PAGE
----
Before we dive into expanding on these ideas, I need to emphasize two important things:


  1. This is not a Music Business Course or Curriculum. You can easily pursue a business degree and apply it to music or leverage one of many different resources in the industry that know much more about it that I do.

  2. This is a course on how to position you mentally to tackle the difficult aspects of running a business.

Part 2 – The Different Dynamics

Between my time in the military, as a corporate executive, and as an entrepreneur, I can share with you that learning the intricacies and subtleties of being a good businessperson will not happen overnight. Now with that said, the music business is quite literally in a perpetual state of change. All of the old rules are out the window and the new rules are being written and rewritten right now. What I’ve done is condense some solid “common-sense” items with some proven methodologies to create series of immersion techniques that will allow you to take control of your ambitions and wear that CEO hat with confidence and enthusiasm. Depending on your aspirations, you should seek a formal business education. What we need to accomplish now is to explore the differences in dynamics when wearing the Artist hat versus the CEO hat. There are three core elements that we will examine: The Message, The Image and The Bank.


The Message –


What is your message? By message, I’m referring to a singular concept that you convey through your art. I realize that this could be difficult to deduce. For some artists their message is anti-establishment or anger for society’s woes. For others it may be materialism, wealth and sex. Still for others it may be a single positive message. The point is your message is your message. Only you can determine what “it’ is. There is no right or wrong answer as to what your message should be. A message can change over time. Madonna, John Mayer and Cat Stevens are examples of artists who have altered their message overtime. Dave Matthews, Trent Reznor (Nine Inch Nails) and Robert Smith (the Cure) are examples of artists whose message has remained predominantly stable over many years.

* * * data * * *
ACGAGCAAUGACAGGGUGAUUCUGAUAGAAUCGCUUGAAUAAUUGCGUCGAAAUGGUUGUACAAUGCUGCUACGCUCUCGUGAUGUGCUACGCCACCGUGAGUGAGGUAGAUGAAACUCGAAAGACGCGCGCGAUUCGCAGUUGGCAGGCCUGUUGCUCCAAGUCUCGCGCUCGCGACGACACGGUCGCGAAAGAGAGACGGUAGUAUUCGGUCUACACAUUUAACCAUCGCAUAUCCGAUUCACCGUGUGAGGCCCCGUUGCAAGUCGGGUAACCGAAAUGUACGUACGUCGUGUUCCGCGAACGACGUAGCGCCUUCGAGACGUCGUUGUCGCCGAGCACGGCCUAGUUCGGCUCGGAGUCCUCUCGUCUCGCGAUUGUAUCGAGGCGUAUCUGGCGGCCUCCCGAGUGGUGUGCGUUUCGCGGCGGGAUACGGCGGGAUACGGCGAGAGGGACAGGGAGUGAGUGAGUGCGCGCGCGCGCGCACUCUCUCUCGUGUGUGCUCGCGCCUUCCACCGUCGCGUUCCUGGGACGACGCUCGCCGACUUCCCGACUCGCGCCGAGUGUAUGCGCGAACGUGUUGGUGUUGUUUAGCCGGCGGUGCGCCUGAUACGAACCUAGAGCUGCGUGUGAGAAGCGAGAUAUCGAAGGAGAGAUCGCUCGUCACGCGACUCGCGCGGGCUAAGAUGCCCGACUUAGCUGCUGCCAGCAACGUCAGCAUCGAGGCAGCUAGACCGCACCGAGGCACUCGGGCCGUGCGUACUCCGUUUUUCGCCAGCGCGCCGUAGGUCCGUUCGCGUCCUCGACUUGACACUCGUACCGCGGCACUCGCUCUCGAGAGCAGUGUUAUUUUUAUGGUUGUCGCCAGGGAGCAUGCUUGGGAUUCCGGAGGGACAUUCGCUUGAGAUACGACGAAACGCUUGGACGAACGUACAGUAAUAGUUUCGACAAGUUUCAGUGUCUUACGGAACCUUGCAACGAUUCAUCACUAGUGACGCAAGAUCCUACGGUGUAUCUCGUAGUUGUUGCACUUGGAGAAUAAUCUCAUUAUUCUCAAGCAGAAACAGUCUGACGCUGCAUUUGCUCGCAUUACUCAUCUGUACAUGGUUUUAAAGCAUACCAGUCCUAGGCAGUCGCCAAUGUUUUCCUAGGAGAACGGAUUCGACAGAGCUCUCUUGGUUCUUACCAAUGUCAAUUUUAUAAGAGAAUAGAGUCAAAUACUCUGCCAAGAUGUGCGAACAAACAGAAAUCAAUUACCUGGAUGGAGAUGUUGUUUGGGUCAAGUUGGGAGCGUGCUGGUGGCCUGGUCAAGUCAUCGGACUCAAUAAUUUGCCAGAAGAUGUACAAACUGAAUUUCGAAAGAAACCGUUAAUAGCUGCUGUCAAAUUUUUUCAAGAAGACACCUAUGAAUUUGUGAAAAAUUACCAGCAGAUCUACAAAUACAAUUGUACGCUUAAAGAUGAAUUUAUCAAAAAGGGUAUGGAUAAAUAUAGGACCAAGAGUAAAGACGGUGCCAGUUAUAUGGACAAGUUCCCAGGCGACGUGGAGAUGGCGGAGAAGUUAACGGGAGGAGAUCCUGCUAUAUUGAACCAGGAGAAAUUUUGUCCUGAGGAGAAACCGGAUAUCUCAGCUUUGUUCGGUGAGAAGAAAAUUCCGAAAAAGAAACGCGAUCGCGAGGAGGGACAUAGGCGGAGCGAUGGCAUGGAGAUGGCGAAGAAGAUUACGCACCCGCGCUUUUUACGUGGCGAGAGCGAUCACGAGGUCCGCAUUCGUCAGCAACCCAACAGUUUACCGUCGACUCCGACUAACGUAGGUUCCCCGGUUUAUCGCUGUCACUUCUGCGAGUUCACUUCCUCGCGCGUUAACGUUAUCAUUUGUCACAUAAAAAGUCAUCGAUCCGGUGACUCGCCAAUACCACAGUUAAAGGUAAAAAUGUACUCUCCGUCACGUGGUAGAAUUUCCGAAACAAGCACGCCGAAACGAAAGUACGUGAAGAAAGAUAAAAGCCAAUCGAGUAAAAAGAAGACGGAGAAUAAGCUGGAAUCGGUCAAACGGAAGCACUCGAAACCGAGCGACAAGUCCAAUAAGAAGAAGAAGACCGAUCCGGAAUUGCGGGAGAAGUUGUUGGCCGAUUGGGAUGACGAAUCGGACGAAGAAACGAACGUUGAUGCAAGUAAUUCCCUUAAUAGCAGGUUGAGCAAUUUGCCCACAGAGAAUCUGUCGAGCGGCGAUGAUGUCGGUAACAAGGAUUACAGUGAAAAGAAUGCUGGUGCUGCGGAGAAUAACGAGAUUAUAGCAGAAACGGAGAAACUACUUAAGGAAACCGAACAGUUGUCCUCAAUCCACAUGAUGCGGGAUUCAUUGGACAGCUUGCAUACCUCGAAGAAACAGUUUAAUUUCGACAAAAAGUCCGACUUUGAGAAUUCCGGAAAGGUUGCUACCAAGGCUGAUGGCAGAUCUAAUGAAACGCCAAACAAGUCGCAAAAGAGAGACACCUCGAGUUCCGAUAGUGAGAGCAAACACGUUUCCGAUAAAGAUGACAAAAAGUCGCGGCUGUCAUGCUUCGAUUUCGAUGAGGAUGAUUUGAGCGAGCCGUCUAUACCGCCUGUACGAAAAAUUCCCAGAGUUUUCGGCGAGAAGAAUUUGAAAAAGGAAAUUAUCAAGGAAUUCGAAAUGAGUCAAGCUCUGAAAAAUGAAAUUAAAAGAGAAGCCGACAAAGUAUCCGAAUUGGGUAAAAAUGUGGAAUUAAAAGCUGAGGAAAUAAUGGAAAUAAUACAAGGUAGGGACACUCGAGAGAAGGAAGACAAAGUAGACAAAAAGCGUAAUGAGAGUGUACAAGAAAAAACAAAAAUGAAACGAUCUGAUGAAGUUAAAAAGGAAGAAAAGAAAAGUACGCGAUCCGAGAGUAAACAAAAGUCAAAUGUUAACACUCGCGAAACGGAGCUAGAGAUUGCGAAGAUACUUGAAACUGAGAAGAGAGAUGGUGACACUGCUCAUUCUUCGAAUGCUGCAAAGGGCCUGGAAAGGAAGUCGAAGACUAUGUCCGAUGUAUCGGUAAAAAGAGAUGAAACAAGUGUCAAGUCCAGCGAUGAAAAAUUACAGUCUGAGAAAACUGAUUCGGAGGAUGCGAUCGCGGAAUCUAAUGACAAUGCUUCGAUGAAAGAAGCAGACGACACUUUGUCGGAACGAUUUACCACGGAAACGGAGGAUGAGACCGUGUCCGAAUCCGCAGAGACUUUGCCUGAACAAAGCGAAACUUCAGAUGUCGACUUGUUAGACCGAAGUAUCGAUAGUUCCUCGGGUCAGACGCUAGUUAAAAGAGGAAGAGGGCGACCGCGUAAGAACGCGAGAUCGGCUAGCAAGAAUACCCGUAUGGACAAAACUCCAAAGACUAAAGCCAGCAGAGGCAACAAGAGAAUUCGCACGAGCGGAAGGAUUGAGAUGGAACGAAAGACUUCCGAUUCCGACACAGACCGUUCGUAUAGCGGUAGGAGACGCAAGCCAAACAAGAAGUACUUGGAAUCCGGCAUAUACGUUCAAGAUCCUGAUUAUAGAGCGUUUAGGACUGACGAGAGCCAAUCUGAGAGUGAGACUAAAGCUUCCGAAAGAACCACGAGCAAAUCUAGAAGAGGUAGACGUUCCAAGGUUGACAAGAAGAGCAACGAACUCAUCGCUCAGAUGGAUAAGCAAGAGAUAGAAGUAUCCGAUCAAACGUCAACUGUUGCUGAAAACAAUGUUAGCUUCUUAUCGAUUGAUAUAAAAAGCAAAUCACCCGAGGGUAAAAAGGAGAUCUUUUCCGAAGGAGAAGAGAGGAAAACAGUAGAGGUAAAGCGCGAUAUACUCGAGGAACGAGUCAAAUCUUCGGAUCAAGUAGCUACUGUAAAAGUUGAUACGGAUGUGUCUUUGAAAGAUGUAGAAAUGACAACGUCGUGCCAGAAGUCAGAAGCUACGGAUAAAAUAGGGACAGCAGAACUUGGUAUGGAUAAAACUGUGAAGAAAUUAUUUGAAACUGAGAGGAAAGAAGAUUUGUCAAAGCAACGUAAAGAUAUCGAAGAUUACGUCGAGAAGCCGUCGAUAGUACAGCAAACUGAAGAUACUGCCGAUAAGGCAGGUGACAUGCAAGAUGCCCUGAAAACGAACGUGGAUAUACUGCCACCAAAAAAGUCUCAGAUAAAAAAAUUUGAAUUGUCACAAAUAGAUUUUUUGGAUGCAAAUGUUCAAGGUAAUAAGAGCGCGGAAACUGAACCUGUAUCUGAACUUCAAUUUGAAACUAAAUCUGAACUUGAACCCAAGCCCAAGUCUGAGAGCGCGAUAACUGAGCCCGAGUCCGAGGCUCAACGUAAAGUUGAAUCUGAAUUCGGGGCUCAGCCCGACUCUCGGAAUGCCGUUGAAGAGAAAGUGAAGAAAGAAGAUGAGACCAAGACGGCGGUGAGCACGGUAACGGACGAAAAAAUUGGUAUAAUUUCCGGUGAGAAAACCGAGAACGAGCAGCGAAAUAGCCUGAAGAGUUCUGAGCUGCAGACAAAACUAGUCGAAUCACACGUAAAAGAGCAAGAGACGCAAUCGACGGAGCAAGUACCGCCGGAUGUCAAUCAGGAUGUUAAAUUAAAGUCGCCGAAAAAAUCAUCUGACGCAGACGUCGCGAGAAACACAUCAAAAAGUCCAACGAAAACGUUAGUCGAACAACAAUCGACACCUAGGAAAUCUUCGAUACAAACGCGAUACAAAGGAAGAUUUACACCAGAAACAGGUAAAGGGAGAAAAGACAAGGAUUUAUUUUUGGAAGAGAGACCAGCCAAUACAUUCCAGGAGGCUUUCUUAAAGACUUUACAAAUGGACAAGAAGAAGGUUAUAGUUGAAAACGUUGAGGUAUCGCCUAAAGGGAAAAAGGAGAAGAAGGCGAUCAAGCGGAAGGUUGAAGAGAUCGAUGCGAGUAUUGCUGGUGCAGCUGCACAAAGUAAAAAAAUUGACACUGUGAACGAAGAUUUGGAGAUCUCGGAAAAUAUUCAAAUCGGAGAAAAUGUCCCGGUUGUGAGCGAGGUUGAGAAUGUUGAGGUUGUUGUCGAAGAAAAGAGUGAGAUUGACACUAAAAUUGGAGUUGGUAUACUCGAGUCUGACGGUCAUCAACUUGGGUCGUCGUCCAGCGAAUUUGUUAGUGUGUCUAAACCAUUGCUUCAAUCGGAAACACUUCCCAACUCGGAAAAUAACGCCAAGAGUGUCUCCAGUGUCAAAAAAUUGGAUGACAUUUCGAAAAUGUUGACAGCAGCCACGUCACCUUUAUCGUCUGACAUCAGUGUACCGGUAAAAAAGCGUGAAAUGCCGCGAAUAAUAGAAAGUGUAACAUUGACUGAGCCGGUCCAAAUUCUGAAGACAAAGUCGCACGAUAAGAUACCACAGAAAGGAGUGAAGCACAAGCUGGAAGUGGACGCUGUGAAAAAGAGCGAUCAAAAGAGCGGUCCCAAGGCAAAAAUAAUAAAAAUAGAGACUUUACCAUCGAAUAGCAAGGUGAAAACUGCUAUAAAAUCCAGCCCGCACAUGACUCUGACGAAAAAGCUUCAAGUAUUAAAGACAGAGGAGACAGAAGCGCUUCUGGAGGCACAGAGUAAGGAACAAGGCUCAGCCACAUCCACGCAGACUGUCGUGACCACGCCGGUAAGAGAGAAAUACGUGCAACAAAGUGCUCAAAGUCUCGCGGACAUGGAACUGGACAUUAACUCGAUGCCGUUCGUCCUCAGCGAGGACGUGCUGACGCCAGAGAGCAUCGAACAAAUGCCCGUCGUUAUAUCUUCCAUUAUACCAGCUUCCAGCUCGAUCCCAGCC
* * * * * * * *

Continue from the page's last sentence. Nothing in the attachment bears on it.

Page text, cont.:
Here are some of the dynamics we must consider between roles:

Wearing your CEO hat does not mean you divorce yourself of your message. Rather, it means your focus isn’t the message; it’s selling that message and your tie to the message. Before moving on, it is imperative to emphasize the importance having a concise and direct message. One of the exercises you should undertake is the formulation of this concise message. To do this yourself, you should ask four of your closest friends to write a sentence or two describing what they believe your message is. Of course, you should do the same as well. Next you synthesize the results based key words like “Fun-Loving” or “Happy Go-Lucky” or “the World is Screwed” or “I Hate Men”, etc. Lastly, you should condense this down to a simple and exact phrase that summarizes you. “Optimistic Daydreamer” is an example of concise phrase entails a wide array of musical and personality options.


The Image –


What is your image? As much as your message conveys “what you are about”, your image conveys “who you are”. You message may be “Be Sexy”, but your image is probably more in-line with “Sex Symbol”. Your image embodies how the rest of the world perceives you. Often times a person’s image is impacted by their actions, e.g. Amy Winehouse or Chris Brown. Other times image is contrived mechanism for marketing purposes, e.g. Marilyn Manson or the Pussycat Dolls. Your image delivers your message to the public masses. There is a wide array of considerations with respect to image that we cannot cover here. The objective is to understand how image will vary depending on which hat you are wearing.


Here are some of the dynamic differences between the roles:

Again, wearing your CEO Hat doesn’t mean you divorce yourself from your image. Instead, this is about gaining valuable insight into yourself and being able to discern how your image is either working for you or working against you, from a “business” context. Keep in mind that old saying, “there is no such thing as bad press.”  To a large degree this is very true. However, you should keep in mind that the public is fickle. What they love today, they may hate tomorrow. Your CEO role is who is responsible for weathering the storms.